Tuesday, February 24, 2009

Distorted motivation of startups

I'm absolutely torn between choices and motivation of startups. I touched on the futile attempts to raise venture capital, and I'm a firm believer in fixing broken systems and making life richer, regardless of how money is raised.

Over the last several weeks, I met many friends doing all kinds of different things with their lives... mostly people sitting on the other sides of table: entrepreneur and investors.

The stunning contrast among their motivation was nothing less than stimulating, and I want to share the discussion with my readers.

Friend A - early-stage VC:
I've been bouncing some business ideas and wanted to get his feedback on products, features, and potential business opportunity out of a mere idea. He's a venture investor at a very respectable firm with vast knowledge of industry, technoloyg, and market. I thought he would be the right person to give some agnostic feedback based on what he knows about startups. About 15 minutes into the "pitch", his attention was already somewhere else, and he asked, "Do you think this is a $100M business opprotunity?" and it was an obvious no. My original intention is to fix some broken system based on my own experience from b-school. With very limited capital out of my pocket, I was going to solve it. If it happens that I can build loyal users WAY beyond my original target, I *might* consider runnning it as a business. Then, he said, "Why are you wasting time going after no market opportunity?"
Summary: Small dreams are futile attempts.

Friend B - Non-VC-backed-entrepreneur:
He started his business doing someting very fundamental. He takes a purchase order from website, manufactures and delivers the product. For every single order he processes, there's a gross margin and money to be made. The challenge is to scale the business to be profitable. The target market size? Not too big to be honest, but he can make a pretty good living out of this if it takes off. He went on to make predictions about the whole Web 2.0 implosion, and how forgetting fundamental business concept (a.k.a. revenue - cost = profit) will prove detrimental to many seemingly successful tech startups. His motivation: make profits and run businesses like business. Hype doesn't generate profits. Points taken!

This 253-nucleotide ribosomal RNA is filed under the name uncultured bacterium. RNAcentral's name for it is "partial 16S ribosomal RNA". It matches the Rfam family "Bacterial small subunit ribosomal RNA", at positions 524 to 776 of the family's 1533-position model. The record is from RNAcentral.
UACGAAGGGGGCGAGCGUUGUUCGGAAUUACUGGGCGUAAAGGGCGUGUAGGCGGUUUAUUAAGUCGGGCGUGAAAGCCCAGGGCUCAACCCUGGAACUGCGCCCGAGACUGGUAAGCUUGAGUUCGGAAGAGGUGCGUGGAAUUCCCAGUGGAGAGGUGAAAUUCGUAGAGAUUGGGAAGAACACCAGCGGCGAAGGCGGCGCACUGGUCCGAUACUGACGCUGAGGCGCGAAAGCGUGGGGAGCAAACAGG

Summary: Small dreams are NOT futile attempts. There's something grandiose about small businesses.

Friend C - VC-backed entrepreneur:
He runs a pretty well-known startup in the gaming industry. The first time I met him, he had a very, very long lecture on how raising venture capital is wasting his time while he could've worked on something very productive. He's going after a very big market opportunity with significant capital that already went into his business. He's still going for the >$100M market opportunity... the only problem is ... he's not making much money at all. For almost every transaction/deal he makes, he's still sinking money.... for more than 7 years now. What a contrast with Friend B!
Summary: Big dreams are way to go.... only takes much more money to be profitable.

I'm not saying any of them is right or wrong. It's just that the motivation of startups varies very much. We in the ventue capital ecosystem tend to think that small dreams are futile, because it's a homerun business after all.

Think Facebook, Twitter of the world VS. Craigslist and Wikipedia. Maybe a bad example, think Facebook vs. MIT Truck, what's wrong with MIT Truck? I don't see much.
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